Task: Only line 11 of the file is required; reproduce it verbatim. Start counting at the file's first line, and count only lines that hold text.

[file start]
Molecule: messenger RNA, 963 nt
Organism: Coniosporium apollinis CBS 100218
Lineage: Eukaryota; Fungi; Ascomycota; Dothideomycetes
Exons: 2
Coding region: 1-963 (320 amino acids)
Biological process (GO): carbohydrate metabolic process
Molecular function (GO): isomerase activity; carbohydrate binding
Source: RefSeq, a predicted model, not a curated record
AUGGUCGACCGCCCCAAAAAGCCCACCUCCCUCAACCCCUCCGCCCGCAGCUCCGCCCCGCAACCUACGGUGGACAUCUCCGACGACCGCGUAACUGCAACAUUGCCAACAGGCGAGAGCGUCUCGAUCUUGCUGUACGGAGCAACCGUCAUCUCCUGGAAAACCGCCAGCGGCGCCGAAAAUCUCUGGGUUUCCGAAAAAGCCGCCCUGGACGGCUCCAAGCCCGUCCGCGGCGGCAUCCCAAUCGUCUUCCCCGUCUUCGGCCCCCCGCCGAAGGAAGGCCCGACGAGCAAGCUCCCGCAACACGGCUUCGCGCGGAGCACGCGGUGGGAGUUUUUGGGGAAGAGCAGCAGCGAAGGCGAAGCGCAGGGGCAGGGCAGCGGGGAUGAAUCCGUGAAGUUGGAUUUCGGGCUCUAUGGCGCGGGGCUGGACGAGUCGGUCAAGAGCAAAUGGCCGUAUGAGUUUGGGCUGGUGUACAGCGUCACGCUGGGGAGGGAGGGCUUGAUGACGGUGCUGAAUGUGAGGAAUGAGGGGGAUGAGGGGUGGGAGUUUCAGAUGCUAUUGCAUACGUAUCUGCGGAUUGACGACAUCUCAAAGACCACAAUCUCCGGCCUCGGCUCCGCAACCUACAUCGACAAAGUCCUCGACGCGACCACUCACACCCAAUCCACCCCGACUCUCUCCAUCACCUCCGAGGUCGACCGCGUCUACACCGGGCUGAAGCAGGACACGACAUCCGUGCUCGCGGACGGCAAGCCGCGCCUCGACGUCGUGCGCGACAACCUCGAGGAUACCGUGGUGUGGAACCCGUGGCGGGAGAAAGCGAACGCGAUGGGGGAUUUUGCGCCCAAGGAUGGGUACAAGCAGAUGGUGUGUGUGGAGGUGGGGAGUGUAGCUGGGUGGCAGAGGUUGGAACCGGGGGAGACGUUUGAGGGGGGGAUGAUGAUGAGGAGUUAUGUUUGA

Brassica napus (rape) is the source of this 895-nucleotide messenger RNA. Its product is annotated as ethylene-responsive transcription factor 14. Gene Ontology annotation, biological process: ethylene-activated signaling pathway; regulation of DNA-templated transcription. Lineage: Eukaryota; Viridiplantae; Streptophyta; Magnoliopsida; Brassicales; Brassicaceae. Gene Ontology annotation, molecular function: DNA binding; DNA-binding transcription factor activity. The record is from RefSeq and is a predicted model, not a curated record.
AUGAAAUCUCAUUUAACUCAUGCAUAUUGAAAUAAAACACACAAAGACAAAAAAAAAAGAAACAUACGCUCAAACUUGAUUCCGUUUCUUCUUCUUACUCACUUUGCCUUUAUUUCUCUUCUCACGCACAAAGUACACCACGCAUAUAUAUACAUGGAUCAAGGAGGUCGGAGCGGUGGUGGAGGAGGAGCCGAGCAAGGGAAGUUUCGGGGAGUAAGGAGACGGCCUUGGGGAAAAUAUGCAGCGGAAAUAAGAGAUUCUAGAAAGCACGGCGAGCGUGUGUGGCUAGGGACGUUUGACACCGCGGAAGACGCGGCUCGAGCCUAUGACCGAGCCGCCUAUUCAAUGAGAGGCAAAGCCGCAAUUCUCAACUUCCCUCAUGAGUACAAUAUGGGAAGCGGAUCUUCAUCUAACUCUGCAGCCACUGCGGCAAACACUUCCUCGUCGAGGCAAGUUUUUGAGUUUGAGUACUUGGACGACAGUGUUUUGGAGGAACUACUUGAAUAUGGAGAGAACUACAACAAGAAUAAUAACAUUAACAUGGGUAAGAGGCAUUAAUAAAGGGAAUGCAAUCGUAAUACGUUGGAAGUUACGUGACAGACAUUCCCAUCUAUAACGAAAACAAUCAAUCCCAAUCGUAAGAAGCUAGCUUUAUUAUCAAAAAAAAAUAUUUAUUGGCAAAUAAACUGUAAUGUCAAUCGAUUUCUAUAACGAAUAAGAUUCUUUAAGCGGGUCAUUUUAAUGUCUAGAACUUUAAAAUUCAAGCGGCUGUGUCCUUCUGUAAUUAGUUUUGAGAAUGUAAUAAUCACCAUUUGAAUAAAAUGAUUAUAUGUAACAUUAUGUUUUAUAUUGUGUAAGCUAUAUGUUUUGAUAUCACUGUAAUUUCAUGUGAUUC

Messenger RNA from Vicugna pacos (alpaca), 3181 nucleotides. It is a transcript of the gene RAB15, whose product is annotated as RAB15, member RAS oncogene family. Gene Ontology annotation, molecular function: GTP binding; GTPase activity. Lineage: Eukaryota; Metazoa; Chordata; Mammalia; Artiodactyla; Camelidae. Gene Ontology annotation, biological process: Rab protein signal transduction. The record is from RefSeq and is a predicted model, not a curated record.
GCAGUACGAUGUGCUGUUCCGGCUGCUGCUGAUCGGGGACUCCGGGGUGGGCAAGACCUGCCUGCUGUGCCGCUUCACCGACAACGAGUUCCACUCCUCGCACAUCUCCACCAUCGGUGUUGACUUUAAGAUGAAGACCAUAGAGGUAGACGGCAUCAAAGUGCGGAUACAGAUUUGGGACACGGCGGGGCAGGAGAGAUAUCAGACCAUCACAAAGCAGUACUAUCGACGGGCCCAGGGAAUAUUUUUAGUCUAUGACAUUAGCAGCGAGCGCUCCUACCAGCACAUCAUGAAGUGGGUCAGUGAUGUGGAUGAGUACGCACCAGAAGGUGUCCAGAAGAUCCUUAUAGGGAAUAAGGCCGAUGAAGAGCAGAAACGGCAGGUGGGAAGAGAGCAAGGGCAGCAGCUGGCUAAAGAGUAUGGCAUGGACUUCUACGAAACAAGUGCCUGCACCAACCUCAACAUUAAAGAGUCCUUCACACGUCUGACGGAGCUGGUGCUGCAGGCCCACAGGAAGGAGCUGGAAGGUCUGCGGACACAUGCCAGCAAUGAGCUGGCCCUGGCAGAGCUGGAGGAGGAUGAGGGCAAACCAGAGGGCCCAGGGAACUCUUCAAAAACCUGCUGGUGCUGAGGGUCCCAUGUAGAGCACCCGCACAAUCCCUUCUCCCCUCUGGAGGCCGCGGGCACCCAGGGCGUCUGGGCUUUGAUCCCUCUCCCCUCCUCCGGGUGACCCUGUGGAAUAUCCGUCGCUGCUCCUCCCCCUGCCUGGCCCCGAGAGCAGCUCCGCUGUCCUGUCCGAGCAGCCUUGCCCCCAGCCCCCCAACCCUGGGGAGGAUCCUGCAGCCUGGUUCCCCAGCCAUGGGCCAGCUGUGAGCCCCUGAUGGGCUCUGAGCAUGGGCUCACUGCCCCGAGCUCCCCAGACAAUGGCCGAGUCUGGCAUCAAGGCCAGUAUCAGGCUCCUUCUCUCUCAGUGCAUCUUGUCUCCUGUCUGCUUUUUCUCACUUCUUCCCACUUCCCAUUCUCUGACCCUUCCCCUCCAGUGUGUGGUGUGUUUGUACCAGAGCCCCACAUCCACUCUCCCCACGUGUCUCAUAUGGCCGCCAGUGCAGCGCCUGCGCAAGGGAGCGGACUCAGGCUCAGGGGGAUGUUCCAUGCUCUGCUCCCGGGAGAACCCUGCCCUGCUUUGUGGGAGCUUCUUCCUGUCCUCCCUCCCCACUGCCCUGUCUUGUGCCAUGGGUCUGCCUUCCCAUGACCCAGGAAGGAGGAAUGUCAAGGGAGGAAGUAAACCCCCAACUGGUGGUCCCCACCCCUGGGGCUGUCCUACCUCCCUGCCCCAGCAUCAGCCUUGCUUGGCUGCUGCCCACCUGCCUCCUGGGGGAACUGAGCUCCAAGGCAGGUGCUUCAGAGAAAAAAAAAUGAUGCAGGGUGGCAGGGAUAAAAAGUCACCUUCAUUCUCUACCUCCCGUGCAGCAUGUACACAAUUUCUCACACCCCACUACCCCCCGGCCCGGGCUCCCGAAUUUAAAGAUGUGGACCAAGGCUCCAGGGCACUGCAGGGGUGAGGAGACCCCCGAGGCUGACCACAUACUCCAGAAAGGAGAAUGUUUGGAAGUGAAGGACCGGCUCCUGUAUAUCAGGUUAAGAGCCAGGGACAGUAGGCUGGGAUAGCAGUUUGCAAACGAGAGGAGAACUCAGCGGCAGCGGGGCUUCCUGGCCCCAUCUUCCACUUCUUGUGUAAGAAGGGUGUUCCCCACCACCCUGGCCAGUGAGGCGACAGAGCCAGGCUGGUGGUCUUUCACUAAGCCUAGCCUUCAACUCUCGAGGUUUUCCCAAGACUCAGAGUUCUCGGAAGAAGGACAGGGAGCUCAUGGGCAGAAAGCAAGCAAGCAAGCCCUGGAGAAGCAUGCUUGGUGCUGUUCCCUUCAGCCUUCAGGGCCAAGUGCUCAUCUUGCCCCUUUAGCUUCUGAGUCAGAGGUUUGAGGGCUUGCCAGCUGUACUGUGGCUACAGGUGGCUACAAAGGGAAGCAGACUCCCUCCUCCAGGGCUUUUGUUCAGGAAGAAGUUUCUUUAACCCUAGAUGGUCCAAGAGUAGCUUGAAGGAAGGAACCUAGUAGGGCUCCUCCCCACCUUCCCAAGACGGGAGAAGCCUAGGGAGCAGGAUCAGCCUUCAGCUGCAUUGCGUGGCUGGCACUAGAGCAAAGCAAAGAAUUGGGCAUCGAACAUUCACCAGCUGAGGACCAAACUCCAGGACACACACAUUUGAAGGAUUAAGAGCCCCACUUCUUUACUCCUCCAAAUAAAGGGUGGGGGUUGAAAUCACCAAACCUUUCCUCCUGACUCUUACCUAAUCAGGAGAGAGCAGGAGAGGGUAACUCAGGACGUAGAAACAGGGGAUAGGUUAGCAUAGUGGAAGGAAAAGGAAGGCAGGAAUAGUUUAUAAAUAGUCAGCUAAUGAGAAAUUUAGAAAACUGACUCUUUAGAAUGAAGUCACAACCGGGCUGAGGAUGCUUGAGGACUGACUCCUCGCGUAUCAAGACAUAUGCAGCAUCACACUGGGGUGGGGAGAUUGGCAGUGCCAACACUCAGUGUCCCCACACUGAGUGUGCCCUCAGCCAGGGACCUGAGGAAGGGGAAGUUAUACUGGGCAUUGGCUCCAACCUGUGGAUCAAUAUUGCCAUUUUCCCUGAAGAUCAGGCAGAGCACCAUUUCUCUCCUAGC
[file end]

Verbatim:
AUGAAAUCUCAUUUAACUCAUGCAUAUUGAAAUAAAACACACAAAGACAAAAAAAAAAGAAACAUACGCUCAAACUUGAUUCCGUUUCUUCUUCUUACUCACUUUGCCUUUAUUUCUCUUCUCACGCACAAAGUACACCACGCAUAUAUAUACAUGGAUCAAGGAGGUCGGAGCGGUGGUGGAGGAGGAGCCGAGCAAGGGAAGUUUCGGGGAGUAAGGAGACGGCCUUGGGGAAAAUAUGCAGCGGAAAUAAGAGAUUCUAGAAAGCACGGCGAGCGUGUGUGGCUAGGGACGUUUGACACCGCGGAAGACGCGGCUCGAGCCUAUGACCGAGCCGCCUAUUCAAUGAGAGGCAAAGCCGCAAUUCUCAACUUCCCUCAUGAGUACAAUAUGGGAAGCGGAUCUUCAUCUAACUCUGCAGCCACUGCGGCAAACACUUCCUCGUCGAGGCAAGUUUUUGAGUUUGAGUACUUGGACGACAGUGUUUUGGAGGAACUACUUGAAUAUGGAGAGAACUACAACAAGAAUAAUAACAUUAACAUGGGUAAGAGGCAUUAAUAAAGGGAAUGCAAUCGUAAUACGUUGGAAGUUACGUGACAGACAUUCCCAUCUAUAACGAAAACAAUCAAUCCCAAUCGUAAGAAGCUAGCUUUAUUAUCAAAAAAAAAUAUUUAUUGGCAAAUAAACUGUAAUGUCAAUCGAUUUCUAUAACGAAUAAGAUUCUUUAAGCGGGUCAUUUUAAUGUCUAGAACUUUAAAAUUCAAGCGGCUGUGUCCUUCUGUAAUUAGUUUUGAGAAUGUAAUAAUCACCAUUUGAAUAAAAUGAUUAUAUGUAACAUUAUGUUUUAUAUUGUGUAAGCUAUAUGUUUUGAUAUCACUGUAAUUUCAUGUGAUUC